With Tax Revenues Set To Exceed Its Own Estimates, Government Has Room To Simplify Personal Tax Slabs

by TV Mohandas Pai and Nisha Holla - Mar 24, 2022 04:08 PM +05:30 IST
With Tax Revenues Set To Exceed Its Own Estimates, Government Has Room To Simplify Personal Tax SlabsTax collections expected to rise.
  • The extra revenues accrued after paying the 42 per cent share to states may also be used to subsidise the increase in fuel prices borne by oil companies that they were unable to pass on to end consumers.

In the recent Union Budget, Finance Minister Nirmala Sitharaman announced a revision of gross tax revenues (GTR) to Rs 25.16 lakh crore as against a budgeted estimate of Rs 22.17 lakh crore.

Indeed, a previous Swarajya article titled “Unprecedented tax revenue augurs well for India” had conservatively estimated financial year (FY) 2021-2022 tax revenues could increase to Rs 25.1 lakh crore with the possibility of increasing further to Rs 26.2 lakh crore.

The table below shows the revised estimate (RE) in GTR and large tax headings in FY 22, actual collections till January 2022, collections in February and March of 2021 (taken conservatively) which is added to the actuals till January 2022 to produce estimated collections in FY 22.

With Tax Revenues Set To Exceed Its Own Estimates, Government Has Room To Simplify Personal Tax Slabs

The Rs 25.16 lakh crore in GTR (RE) has grown mainly from corporation tax (CT), income tax (I-T) and goods and services tax (GST). The government also released the actual tax collections till January 2022; the total of which is Rs 20.98 lakh crore.

On taking the actual tax collections of February and March 2021, which is a GTR of Rs 5.27 lakh crore, and adding it to the actuals till January 2022, a conservative estimate of FY 22’s total adds up to Rs 26.25 lakh crore — nearly Rs 1 lakh crore over the RE of Rs 25.16 lakh crore.

The significant differences stem from CT increasing from Rs 6.35 lakh crore to Rs 6.69 lakh crore in our estimate, and in GST from Rs 6.75 lakh crore to Rs 7.08 lakh crore.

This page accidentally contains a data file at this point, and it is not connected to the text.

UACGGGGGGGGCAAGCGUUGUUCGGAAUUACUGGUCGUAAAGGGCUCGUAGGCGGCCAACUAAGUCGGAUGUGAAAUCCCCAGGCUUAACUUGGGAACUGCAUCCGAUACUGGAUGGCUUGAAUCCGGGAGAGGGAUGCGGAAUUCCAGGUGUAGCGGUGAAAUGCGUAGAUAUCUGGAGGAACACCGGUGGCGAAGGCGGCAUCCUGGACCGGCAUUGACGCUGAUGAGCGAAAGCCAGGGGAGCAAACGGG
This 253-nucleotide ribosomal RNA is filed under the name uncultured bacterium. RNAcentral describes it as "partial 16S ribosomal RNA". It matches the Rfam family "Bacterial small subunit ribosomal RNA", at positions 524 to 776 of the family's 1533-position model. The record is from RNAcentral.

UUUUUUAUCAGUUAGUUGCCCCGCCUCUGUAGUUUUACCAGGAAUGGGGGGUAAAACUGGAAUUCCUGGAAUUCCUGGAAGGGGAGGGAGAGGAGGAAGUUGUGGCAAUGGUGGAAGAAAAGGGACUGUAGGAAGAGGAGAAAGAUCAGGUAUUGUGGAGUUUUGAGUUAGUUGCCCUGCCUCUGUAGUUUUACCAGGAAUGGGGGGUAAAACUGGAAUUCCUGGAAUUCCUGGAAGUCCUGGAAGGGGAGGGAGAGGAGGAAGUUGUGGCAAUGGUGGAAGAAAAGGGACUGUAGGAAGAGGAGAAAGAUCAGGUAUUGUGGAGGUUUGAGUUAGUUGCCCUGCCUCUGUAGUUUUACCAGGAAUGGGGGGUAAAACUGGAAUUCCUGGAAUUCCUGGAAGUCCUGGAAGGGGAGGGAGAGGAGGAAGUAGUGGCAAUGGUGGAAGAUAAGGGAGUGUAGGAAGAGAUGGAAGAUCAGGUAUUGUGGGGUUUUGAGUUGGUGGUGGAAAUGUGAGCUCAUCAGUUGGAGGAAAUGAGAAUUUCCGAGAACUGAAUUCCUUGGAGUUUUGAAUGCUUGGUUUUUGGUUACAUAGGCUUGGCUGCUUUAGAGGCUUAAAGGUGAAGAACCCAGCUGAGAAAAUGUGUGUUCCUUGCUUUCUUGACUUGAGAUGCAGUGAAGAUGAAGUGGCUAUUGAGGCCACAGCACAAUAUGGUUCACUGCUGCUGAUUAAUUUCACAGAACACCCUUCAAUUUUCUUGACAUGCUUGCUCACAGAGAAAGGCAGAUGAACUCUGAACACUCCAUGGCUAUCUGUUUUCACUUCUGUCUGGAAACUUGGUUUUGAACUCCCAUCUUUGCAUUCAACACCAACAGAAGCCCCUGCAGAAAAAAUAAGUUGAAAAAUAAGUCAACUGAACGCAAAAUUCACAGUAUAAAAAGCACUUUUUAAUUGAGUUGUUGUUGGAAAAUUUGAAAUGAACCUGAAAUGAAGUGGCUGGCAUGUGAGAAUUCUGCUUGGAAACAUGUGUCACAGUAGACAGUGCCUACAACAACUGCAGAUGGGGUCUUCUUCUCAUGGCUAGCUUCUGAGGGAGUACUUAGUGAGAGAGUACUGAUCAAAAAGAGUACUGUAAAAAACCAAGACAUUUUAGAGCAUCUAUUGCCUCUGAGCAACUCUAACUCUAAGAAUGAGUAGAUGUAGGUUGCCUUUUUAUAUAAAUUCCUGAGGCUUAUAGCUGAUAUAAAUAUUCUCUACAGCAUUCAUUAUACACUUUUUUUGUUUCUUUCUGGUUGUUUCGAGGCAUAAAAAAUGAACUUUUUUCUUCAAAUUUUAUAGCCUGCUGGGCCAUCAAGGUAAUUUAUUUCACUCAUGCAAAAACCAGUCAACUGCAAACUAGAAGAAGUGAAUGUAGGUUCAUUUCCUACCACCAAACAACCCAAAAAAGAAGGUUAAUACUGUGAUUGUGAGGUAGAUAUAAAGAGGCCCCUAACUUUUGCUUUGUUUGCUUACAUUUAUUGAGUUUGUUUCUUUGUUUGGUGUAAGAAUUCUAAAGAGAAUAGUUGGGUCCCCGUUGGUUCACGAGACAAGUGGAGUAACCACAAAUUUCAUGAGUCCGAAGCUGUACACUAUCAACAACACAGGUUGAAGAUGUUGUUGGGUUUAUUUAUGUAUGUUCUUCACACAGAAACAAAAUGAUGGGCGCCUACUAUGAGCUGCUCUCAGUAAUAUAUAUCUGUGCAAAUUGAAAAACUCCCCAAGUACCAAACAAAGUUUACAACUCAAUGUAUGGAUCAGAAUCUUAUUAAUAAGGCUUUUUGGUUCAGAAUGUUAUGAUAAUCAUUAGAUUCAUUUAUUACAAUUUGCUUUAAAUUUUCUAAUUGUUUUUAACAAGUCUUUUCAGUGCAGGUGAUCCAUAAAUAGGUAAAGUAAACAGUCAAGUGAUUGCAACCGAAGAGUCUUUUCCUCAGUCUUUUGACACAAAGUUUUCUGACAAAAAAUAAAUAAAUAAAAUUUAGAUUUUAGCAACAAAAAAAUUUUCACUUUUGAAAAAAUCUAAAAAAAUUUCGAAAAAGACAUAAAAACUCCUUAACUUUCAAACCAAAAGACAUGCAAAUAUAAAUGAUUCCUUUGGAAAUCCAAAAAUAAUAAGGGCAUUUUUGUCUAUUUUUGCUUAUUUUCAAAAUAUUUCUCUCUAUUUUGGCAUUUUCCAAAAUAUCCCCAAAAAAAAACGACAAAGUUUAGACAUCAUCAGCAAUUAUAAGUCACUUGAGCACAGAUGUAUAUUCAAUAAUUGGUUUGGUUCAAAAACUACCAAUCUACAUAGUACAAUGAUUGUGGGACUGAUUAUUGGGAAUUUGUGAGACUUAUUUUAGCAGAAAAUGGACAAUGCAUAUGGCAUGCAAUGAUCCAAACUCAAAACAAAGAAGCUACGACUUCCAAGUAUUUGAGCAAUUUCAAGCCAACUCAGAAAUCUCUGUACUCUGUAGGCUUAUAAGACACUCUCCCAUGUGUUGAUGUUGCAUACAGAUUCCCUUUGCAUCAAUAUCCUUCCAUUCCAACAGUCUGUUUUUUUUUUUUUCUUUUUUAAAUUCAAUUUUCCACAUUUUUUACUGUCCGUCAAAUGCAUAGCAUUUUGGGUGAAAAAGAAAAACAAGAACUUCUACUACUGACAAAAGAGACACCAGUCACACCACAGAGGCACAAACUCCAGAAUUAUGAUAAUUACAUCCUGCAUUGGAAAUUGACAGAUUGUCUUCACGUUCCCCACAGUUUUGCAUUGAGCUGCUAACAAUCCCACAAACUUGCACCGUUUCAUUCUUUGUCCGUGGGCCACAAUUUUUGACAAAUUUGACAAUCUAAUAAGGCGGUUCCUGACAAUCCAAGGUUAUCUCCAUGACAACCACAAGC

It is interesting that once again the government has estimated the tax figures very conservatively. Looking ahead at the estimated tax collection in FY 22-23, GTR is estimated at Rs 27.57 lakh crore BE, essentially because of a decline in Union excise duties on fuel in December 2021. If FY 22’s GTR indeed ends at the estimated Rs 26.25 lakh crore, then FY 23 BE only exceeds this by Rs 1.32 lakh crore — a 5 per cent increase.

Taking the actual increase of 9.6 per cent of tax collections in BE of FY 22-23 (Rs 27.57 lakh crore) over RE of FY 22 (Rs 25.16 lakh crore), one can estimate that FY 23 tax collections may exceed the budgeted amount by Rs 1-1.5 lakh crore.

The economy is expected to grow by about 17.4 per cent in FY 23; recent estimates have reduced this outlook slightly. The impact of the Russian-Ukraine war is yet to be analysed on fiscal resources. Until February 2022, growth seems normal as exports and imports have both increased, and the E-Way Bills for transportation has also shown an increase. There’s thus reasonable optimism that the actual tax collection for FY 22 could be higher than the RE.

The actual accounts for dividends and profits until January 2022 is Rs 1.41 lakh crore as against the RE of Rs 1.47 lakh crore — 96 per cent of the RE was already collected by January 2022. Based on interim dividends announced by many PSUs (public sector undertakings), we can expect an increase of Rs 20,000 crore by 31 March 2022 adding up to Rs 1.61 lakh crore.